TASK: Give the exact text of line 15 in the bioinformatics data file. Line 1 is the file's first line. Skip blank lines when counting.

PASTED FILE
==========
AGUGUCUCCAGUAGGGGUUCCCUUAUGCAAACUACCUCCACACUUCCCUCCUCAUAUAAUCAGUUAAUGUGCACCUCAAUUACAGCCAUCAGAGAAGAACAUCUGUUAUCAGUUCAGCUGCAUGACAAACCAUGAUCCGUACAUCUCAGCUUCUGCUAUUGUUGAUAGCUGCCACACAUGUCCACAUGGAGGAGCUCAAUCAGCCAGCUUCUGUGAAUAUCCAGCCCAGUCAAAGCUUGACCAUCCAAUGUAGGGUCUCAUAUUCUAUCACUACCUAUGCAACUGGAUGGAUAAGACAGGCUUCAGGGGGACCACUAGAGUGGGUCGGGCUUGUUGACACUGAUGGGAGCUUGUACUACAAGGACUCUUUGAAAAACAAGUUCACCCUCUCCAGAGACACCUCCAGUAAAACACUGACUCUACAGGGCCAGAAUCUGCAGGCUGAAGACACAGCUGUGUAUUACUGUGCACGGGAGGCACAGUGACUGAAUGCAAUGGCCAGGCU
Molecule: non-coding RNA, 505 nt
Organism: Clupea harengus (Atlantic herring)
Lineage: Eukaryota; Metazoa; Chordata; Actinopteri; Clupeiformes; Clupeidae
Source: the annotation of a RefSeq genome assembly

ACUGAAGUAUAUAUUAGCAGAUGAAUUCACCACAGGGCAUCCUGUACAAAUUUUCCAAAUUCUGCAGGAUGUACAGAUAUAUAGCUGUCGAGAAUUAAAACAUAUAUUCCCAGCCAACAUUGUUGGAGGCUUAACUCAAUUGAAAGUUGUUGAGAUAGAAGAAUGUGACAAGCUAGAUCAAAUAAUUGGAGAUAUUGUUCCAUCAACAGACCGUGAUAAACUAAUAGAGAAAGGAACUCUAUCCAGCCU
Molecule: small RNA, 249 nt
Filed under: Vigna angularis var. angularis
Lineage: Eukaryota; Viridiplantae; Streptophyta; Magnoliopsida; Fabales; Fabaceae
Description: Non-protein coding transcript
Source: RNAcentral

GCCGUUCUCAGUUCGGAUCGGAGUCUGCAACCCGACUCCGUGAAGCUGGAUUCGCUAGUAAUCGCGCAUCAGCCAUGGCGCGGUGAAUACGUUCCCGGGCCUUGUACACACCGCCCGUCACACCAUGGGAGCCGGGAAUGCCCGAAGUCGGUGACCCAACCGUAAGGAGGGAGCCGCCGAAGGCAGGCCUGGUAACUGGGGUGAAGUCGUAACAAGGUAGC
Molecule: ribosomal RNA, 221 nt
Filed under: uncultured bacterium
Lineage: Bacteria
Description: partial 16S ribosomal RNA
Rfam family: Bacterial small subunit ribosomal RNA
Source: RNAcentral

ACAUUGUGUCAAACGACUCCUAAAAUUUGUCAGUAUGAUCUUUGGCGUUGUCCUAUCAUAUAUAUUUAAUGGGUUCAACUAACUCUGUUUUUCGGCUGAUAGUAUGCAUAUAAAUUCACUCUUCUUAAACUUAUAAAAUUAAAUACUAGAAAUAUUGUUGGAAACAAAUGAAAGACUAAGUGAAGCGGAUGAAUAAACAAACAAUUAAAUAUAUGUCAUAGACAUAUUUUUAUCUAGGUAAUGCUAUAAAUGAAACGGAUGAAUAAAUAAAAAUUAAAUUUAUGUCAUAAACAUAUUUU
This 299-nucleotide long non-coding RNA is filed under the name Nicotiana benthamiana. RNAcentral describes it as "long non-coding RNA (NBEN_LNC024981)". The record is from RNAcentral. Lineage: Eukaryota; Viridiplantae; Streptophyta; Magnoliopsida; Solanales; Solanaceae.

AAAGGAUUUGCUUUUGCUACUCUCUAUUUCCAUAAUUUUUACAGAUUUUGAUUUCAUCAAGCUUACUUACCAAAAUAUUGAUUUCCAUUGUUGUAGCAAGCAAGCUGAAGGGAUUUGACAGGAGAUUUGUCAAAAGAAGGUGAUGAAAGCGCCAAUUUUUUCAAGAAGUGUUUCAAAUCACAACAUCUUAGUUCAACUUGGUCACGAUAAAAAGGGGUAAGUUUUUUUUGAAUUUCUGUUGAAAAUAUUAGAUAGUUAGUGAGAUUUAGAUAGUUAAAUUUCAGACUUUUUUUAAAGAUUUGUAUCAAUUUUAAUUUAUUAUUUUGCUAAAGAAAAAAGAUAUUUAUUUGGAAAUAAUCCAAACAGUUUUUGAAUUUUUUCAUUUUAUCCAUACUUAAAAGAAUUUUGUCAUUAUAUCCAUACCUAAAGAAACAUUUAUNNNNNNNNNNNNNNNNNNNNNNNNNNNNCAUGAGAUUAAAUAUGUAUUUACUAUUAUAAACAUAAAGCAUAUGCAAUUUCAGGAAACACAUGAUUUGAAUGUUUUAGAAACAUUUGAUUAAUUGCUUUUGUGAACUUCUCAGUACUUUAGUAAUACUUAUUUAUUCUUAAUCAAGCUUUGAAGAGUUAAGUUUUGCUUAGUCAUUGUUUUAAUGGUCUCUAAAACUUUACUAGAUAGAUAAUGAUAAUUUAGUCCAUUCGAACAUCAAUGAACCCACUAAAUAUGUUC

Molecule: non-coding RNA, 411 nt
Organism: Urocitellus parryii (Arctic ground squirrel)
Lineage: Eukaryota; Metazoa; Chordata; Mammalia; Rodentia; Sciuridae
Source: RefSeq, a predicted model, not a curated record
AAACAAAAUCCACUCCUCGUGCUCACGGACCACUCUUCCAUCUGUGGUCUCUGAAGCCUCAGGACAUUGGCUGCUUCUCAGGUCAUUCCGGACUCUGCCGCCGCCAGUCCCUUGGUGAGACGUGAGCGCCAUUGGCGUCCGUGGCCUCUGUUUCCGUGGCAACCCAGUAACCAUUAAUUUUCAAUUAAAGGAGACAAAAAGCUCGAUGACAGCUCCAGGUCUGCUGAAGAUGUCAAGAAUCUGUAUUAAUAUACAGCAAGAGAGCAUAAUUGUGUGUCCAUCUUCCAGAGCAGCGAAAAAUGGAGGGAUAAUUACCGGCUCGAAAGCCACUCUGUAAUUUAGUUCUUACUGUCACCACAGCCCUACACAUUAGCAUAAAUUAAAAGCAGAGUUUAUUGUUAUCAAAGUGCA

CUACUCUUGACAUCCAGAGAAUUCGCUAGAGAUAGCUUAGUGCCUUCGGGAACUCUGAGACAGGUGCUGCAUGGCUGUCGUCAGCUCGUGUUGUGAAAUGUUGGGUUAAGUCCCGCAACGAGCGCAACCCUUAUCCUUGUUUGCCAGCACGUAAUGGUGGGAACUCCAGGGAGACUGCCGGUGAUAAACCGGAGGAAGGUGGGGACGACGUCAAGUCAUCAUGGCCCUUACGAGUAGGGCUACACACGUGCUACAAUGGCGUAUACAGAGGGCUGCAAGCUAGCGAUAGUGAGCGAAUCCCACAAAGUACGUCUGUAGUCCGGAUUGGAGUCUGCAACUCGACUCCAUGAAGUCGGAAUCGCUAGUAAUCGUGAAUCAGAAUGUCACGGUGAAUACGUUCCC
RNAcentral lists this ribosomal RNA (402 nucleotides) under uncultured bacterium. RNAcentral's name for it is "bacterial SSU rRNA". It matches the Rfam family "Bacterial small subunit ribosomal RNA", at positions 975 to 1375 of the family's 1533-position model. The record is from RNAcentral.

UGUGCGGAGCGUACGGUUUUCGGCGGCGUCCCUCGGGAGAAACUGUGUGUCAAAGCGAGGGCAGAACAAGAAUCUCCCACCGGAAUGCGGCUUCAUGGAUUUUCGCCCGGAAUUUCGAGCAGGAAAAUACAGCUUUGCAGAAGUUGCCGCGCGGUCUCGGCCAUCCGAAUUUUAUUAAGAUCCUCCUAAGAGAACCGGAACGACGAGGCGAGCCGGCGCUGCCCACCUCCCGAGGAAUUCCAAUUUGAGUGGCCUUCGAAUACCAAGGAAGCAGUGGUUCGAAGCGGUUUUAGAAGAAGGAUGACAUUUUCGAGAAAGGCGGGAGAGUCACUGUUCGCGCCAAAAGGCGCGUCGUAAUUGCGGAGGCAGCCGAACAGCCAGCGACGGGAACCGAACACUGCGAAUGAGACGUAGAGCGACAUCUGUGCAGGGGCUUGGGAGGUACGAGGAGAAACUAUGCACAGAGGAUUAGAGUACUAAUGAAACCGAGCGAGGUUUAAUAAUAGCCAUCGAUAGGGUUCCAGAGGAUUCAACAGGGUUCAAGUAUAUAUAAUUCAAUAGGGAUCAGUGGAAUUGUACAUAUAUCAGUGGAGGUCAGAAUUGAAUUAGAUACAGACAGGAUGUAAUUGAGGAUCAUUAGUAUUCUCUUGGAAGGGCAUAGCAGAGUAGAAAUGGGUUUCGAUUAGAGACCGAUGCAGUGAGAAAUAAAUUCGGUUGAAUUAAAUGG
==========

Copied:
Lineage: Bacteria